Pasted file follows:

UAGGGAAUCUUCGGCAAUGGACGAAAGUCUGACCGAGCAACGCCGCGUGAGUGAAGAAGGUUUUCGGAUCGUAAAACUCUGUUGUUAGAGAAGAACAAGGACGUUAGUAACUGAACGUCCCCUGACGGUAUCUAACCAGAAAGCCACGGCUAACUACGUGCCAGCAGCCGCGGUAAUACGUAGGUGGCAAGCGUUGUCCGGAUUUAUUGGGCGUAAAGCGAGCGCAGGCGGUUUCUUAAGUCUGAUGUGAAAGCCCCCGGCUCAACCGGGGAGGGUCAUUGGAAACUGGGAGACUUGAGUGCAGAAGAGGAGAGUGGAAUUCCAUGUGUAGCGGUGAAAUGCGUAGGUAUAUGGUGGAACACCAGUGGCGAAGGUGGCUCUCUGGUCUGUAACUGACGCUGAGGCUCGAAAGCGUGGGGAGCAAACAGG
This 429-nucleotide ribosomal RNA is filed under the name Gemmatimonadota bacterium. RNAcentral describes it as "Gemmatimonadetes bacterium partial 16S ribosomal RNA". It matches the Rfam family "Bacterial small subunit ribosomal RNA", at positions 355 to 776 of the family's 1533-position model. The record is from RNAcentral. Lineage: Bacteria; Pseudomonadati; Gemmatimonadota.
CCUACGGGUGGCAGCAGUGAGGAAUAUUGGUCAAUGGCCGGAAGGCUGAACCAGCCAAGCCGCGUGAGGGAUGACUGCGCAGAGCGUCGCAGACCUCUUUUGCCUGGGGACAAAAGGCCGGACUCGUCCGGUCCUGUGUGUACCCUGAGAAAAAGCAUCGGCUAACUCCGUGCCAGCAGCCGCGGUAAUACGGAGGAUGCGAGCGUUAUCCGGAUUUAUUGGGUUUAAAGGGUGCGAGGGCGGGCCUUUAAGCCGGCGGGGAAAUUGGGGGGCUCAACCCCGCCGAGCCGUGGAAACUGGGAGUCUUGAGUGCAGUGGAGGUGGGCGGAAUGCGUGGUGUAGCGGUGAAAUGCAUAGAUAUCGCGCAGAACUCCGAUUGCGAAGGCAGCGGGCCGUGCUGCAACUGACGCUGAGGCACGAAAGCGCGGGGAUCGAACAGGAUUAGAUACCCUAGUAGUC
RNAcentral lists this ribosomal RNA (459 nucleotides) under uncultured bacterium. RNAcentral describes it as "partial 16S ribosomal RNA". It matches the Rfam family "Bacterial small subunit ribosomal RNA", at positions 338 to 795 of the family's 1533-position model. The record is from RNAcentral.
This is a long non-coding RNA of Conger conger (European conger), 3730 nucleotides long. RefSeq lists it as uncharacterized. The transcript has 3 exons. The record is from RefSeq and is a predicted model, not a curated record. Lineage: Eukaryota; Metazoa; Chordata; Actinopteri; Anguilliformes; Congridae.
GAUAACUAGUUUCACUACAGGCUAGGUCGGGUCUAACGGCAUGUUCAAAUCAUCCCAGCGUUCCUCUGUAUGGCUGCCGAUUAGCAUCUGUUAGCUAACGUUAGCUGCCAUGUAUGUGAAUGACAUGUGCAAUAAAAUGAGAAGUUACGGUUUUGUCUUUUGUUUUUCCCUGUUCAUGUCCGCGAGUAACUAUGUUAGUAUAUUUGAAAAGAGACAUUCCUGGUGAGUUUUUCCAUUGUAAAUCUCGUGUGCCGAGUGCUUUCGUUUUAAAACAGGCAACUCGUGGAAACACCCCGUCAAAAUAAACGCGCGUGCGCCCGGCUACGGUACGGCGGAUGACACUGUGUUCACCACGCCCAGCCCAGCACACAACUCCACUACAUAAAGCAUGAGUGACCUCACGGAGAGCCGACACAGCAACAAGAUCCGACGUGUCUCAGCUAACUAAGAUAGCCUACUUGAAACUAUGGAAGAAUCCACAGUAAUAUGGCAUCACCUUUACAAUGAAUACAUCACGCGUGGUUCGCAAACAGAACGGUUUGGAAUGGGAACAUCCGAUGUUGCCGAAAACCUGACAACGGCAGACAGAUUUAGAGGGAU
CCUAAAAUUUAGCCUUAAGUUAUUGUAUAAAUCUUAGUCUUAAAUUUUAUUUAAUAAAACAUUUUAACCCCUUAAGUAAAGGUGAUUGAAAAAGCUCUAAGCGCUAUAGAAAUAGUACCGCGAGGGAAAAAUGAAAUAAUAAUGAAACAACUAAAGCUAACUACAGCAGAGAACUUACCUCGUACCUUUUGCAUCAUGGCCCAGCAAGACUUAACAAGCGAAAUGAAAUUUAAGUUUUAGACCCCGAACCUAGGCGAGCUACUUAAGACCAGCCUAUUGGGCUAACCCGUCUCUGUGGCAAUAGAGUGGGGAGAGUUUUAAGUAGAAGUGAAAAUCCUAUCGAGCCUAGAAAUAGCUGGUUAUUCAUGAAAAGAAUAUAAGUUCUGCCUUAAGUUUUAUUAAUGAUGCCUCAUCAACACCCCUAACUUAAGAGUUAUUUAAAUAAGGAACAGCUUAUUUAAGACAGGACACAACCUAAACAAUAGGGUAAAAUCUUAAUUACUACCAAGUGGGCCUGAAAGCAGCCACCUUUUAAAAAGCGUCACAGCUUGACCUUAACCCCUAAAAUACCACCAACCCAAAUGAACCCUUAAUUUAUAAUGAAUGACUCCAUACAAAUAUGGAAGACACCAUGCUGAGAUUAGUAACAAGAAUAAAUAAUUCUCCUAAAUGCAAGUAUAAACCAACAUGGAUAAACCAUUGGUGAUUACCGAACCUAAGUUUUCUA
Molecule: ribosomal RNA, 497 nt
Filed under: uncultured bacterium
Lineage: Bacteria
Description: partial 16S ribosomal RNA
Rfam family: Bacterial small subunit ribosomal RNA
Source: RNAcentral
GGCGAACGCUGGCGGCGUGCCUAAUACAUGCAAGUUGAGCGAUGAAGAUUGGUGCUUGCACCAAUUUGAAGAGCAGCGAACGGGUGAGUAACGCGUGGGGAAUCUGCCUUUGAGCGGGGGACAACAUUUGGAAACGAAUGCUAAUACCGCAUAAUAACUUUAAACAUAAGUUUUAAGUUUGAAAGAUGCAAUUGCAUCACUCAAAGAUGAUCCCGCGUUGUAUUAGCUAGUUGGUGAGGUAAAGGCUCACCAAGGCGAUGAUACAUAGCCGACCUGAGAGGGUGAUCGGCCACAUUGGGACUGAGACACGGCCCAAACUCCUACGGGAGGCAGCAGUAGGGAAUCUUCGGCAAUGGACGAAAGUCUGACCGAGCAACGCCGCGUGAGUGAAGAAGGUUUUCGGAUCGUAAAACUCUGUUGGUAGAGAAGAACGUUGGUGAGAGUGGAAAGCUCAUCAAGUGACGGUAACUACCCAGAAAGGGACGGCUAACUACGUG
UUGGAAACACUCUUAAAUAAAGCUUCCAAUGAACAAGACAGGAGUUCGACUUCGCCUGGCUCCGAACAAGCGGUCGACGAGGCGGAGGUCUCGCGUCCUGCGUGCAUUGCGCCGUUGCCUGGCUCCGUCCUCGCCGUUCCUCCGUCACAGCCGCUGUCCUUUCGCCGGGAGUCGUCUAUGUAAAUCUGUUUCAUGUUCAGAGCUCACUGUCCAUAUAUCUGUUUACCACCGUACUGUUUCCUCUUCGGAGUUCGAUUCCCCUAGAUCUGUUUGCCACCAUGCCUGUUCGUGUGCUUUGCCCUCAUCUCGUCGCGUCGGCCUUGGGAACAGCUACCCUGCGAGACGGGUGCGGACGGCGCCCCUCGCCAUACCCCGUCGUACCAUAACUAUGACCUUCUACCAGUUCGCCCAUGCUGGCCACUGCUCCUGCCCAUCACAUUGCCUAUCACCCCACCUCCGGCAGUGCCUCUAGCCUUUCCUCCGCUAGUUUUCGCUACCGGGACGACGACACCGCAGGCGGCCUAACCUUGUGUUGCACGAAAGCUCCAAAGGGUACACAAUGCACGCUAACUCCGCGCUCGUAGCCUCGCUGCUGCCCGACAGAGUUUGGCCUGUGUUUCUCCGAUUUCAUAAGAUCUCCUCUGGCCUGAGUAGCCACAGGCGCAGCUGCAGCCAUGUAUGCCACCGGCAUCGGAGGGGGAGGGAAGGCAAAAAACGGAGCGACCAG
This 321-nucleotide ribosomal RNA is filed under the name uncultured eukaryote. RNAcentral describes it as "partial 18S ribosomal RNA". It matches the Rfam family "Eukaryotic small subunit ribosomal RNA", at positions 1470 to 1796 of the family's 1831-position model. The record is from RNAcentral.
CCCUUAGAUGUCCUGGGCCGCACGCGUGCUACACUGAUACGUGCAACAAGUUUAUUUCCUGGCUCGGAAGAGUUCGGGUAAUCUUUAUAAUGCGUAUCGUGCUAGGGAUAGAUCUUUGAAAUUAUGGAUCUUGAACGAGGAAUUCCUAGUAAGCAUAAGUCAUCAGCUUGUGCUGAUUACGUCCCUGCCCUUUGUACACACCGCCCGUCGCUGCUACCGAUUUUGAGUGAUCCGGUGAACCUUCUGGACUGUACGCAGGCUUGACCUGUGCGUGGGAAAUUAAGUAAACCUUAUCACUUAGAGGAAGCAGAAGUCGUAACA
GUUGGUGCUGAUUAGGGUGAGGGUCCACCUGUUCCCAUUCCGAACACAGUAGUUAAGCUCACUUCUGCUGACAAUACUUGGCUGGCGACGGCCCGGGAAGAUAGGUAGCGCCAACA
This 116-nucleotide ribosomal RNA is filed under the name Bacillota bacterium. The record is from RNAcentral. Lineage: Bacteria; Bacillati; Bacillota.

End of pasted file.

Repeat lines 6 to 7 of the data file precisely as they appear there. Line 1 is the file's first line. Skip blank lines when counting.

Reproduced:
GAUAACUAGUUUCACUACAGGCUAGGUCGGGUCUAACGGCAUGUUCAAAUCAUCCCAGCGUUCCUCUGUAUGGCUGCCGAUUAGCAUCUGUUAGCUAACGUUAGCUGCCAUGUAUGUGAAUGACAUGUGCAAUAAAAUGAGAAGUUACGGUUUUGUCUUUUGUUUUUCCCUGUUCAUGUCCGCGAGUAACUAUGUUAGUAUAUUUGAAAAGAGACAUUCCUGGUGAGUUUUUCCAUUGUAAAUCUCGUGUGCCGAGUGCUUUCGUUUUAAAACAGGCAACUCGUGGAAACACCCCGUCAAAAUAAACGCGCGUGCGCCCGGCUACGGUACGGCGGAUGACACUGUGUUCACCACGCCCAGCCCAGCACACAACUCCACUACAUAAAGCAUGAGUGACCUCACGGAGAGCCGACACAGCAACAAGAUCCGACGUGUCUCAGCUAACUAAGAUAGCCUACUUGAAACUAUGGAAGAAUCCACAGUAAUAUGGCAUCACCUUUACAAUGAAUACAUCACGCGUGGUUCGCAAACAGAACGGUUUGGAAUGGGAACAUCCGAUGUUGCCGAAAACCUGACAACGGCAGACAGAUUUAGAGGGAU
CCUAAAAUUUAGCCUUAAGUUAUUGUAUAAAUCUUAGUCUUAAAUUUUAUUUAAUAAAACAUUUUAACCCCUUAAGUAAAGGUGAUUGAAAAAGCUCUAAGCGCUAUAGAAAUAGUACCGCGAGGGAAAAAUGAAAUAAUAAUGAAACAACUAAAGCUAACUACAGCAGAGAACUUACCUCGUACCUUUUGCAUCAUGGCCCAGCAAGACUUAACAAGCGAAAUGAAAUUUAAGUUUUAGACCCCGAACCUAGGCGAGCUACUUAAGACCAGCCUAUUGGGCUAACCCGUCUCUGUGGCAAUAGAGUGGGGAGAGUUUUAAGUAGAAGUGAAAAUCCUAUCGAGCCUAGAAAUAGCUGGUUAUUCAUGAAAAGAAUAUAAGUUCUGCCUUAAGUUUUAUUAAUGAUGCCUCAUCAACACCCCUAACUUAAGAGUUAUUUAAAUAAGGAACAGCUUAUUUAAGACAGGACACAACCUAAACAAUAGGGUAAAAUCUUAAUUACUACCAAGUGGGCCUGAAAGCAGCCACCUUUUAAAAAGCGUCACAGCUUGACCUUAACCCCUAAAAUACCACCAACCCAAAUGAACCCUUAAUUUAUAAUGAAUGACUCCAUACAAAUAUGGAAGACACCAUGCUGAGAUUAGUAACAAGAAUAAAUAAUUCUCCUAAAUGCAAGUAUAAACCAACAUGGAUAAACCAUUGGUGAUUACCGAACCUAAGUUUUCUA